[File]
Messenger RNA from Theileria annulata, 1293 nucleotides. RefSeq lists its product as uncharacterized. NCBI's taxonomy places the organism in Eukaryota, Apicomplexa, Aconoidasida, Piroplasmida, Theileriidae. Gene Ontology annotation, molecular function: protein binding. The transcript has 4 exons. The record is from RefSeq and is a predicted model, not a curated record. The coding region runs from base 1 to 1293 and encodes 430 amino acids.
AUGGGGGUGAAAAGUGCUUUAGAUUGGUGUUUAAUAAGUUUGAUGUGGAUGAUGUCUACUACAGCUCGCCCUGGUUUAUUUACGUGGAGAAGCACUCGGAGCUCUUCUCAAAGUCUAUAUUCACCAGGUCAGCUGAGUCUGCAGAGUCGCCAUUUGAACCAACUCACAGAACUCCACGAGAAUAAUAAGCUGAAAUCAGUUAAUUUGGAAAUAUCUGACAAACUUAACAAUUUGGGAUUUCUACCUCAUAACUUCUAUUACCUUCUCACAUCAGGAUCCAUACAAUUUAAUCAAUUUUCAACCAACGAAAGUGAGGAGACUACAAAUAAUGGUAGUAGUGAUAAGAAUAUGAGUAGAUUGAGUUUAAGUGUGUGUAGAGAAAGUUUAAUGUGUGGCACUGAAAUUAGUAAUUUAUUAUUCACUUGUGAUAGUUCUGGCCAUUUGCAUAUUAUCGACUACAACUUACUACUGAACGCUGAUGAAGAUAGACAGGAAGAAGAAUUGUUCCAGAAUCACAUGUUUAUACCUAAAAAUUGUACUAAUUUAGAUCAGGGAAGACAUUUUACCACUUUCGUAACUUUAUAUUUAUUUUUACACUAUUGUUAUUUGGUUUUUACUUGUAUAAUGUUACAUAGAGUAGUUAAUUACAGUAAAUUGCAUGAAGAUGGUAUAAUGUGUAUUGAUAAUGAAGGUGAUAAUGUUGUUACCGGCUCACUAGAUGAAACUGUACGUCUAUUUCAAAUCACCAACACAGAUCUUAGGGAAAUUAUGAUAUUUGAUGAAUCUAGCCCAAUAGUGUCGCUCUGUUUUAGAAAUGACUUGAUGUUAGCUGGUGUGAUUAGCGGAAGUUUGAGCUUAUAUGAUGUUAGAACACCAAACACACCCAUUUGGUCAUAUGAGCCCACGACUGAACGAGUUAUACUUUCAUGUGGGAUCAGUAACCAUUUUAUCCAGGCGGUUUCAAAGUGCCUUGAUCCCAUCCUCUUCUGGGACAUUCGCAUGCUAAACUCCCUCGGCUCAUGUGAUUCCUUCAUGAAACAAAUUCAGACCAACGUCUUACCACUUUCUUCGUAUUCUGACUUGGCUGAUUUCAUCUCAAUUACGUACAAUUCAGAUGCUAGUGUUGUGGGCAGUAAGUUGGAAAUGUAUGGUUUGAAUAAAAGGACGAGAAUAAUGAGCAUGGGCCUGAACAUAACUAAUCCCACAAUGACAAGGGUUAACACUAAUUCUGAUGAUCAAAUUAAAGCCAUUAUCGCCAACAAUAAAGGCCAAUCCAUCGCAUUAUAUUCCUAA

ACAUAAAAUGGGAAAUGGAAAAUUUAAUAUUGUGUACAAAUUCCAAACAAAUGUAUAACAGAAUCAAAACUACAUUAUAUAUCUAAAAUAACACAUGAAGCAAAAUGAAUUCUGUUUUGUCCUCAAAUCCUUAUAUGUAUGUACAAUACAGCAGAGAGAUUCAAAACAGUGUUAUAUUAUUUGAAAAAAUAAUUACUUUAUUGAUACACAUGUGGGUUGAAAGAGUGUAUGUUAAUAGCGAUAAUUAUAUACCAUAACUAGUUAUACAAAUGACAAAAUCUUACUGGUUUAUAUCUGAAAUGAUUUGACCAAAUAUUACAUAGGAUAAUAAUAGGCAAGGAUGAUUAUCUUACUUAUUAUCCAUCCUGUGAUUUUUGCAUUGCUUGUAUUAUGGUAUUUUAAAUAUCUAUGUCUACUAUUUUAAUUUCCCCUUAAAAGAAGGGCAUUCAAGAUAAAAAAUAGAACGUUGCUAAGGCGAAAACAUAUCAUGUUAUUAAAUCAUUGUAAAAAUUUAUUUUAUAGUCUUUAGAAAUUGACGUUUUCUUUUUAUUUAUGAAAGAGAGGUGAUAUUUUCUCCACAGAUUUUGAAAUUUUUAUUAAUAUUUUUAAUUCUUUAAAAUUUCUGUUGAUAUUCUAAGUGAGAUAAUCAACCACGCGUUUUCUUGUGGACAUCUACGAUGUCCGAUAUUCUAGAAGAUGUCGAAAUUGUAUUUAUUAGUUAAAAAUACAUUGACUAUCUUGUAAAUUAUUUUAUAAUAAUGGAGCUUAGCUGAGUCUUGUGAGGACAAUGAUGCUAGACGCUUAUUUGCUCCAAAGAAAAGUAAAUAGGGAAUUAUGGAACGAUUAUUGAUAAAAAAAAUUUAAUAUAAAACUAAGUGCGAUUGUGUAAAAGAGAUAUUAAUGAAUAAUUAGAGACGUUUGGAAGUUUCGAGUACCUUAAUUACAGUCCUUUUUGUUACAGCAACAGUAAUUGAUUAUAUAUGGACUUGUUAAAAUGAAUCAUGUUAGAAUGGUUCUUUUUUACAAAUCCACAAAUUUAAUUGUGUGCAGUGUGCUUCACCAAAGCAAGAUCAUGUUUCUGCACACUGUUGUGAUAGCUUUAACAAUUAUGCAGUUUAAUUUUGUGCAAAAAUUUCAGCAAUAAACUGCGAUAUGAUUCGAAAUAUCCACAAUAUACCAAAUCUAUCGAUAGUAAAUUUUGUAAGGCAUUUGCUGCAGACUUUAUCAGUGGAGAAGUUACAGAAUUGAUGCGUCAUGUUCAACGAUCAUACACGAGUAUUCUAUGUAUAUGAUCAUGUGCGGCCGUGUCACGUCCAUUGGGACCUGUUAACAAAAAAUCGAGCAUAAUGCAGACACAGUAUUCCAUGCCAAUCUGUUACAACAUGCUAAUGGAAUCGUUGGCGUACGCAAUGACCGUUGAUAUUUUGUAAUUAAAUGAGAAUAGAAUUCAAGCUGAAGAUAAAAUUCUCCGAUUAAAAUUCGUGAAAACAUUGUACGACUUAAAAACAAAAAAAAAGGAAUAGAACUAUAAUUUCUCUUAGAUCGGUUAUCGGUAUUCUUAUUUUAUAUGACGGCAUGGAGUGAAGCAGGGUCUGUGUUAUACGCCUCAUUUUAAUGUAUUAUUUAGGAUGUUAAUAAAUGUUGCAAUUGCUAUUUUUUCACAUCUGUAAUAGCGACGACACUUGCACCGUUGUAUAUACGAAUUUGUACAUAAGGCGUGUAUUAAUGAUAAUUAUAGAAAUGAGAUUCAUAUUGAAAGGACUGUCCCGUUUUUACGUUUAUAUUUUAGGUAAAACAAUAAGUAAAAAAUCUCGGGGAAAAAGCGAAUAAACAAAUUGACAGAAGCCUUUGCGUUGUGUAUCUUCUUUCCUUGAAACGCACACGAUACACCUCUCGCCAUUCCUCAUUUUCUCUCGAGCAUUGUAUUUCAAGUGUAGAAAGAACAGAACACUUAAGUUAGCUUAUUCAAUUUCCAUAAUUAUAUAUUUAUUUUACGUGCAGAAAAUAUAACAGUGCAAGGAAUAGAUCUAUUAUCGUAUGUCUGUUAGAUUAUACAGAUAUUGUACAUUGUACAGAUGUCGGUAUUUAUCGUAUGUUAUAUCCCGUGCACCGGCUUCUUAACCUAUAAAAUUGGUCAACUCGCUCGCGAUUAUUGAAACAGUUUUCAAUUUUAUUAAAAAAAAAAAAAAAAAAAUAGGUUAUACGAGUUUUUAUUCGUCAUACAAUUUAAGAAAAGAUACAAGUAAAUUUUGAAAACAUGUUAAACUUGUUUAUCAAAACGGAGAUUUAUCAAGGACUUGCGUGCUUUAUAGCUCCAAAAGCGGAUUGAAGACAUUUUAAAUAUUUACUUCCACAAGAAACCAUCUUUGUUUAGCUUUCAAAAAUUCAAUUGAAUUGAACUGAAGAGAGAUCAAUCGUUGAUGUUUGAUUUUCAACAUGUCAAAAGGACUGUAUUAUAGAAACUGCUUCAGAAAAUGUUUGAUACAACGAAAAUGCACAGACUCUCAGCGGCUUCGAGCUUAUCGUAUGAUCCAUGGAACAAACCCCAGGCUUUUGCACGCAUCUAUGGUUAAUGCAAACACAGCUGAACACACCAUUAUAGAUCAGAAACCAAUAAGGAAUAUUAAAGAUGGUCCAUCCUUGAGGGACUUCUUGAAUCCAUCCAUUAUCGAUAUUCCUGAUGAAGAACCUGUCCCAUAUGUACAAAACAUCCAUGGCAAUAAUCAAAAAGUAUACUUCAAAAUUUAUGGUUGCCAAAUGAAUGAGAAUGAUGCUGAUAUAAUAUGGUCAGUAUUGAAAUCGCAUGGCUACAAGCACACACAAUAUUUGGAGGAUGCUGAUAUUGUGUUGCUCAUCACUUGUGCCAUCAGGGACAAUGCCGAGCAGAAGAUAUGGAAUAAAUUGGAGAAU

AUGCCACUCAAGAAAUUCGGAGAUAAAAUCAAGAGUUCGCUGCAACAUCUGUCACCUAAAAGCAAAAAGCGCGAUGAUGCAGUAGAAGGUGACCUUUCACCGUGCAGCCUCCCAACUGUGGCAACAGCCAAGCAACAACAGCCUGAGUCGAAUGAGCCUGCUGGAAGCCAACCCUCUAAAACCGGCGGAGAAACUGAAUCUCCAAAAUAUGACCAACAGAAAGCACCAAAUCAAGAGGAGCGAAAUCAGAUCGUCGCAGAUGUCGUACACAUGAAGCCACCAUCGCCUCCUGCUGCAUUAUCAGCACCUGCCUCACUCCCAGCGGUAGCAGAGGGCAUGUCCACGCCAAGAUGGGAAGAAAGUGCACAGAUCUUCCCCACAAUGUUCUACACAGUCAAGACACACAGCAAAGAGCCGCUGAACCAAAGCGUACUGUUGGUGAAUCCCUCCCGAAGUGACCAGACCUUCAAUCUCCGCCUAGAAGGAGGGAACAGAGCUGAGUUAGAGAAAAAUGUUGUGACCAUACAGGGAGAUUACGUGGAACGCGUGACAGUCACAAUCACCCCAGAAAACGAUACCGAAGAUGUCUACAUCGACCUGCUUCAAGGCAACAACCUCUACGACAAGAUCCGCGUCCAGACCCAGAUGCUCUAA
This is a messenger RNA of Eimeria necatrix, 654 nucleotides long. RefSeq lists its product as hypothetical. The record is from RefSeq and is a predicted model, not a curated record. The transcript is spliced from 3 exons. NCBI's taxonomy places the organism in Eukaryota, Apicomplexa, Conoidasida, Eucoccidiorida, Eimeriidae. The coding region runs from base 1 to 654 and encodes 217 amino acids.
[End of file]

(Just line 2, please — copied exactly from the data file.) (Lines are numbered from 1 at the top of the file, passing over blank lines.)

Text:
AUGGGGGUGAAAAGUGCUUUAGAUUGGUGUUUAAUAAGUUUGAUGUGGAUGAUGUCUACUACAGCUCGCCCUGGUUUAUUUACGUGGAGAAGCACUCGGAGCUCUUCUCAAAGUCUAUAUUCACCAGGUCAGCUGAGUCUGCAGAGUCGCCAUUUGAACCAACUCACAGAACUCCACGAGAAUAAUAAGCUGAAAUCAGUUAAUUUGGAAAUAUCUGACAAACUUAACAAUUUGGGAUUUCUACCUCAUAACUUCUAUUACCUUCUCACAUCAGGAUCCAUACAAUUUAAUCAAUUUUCAACCAACGAAAGUGAGGAGACUACAAAUAAUGGUAGUAGUGAUAAGAAUAUGAGUAGAUUGAGUUUAAGUGUGUGUAGAGAAAGUUUAAUGUGUGGCACUGAAAUUAGUAAUUUAUUAUUCACUUGUGAUAGUUCUGGCCAUUUGCAUAUUAUCGACUACAACUUACUACUGAACGCUGAUGAAGAUAGACAGGAAGAAGAAUUGUUCCAGAAUCACAUGUUUAUACCUAAAAAUUGUACUAAUUUAGAUCAGGGAAGACAUUUUACCACUUUCGUAACUUUAUAUUUAUUUUUACACUAUUGUUAUUUGGUUUUUACUUGUAUAAUGUUACAUAGAGUAGUUAAUUACAGUAAAUUGCAUGAAGAUGGUAUAAUGUGUAUUGAUAAUGAAGGUGAUAAUGUUGUUACCGGCUCACUAGAUGAAACUGUACGUCUAUUUCAAAUCACCAACACAGAUCUUAGGGAAAUUAUGAUAUUUGAUGAAUCUAGCCCAAUAGUGUCGCUCUGUUUUAGAAAUGACUUGAUGUUAGCUGGUGUGAUUAGCGGAAGUUUGAGCUUAUAUGAUGUUAGAACACCAAACACACCCAUUUGGUCAUAUGAGCCCACGACUGAACGAGUUAUACUUUCAUGUGGGAUCAGUAACCAUUUUAUCCAGGCGGUUUCAAAGUGCCUUGAUCCCAUCCUCUUCUGGGACAUUCGCAUGCUAAACUCCCUCGGCUCAUGUGAUUCCUUCAUGAAACAAAUUCAGACCAACGUCUUACCACUUUCUUCGUAUUCUGACUUGGCUGAUUUCAUCUCAAUUACGUACAAUUCAGAUGCUAGUGUUGUGGGCAGUAAGUUGGAAAUGUAUGGUUUGAAUAAAAGGACGAGAAUAAUGAGCAUGGGCCUGAACAUAACUAAUCCCACAAUGACAAGGGUUAACACUAAUUCUGAUGAUCAAAUUAAAGCCAUUAUCGCCAACAAUAAAGGCCAAUCCAUCGCAUUAUAUUCCUAA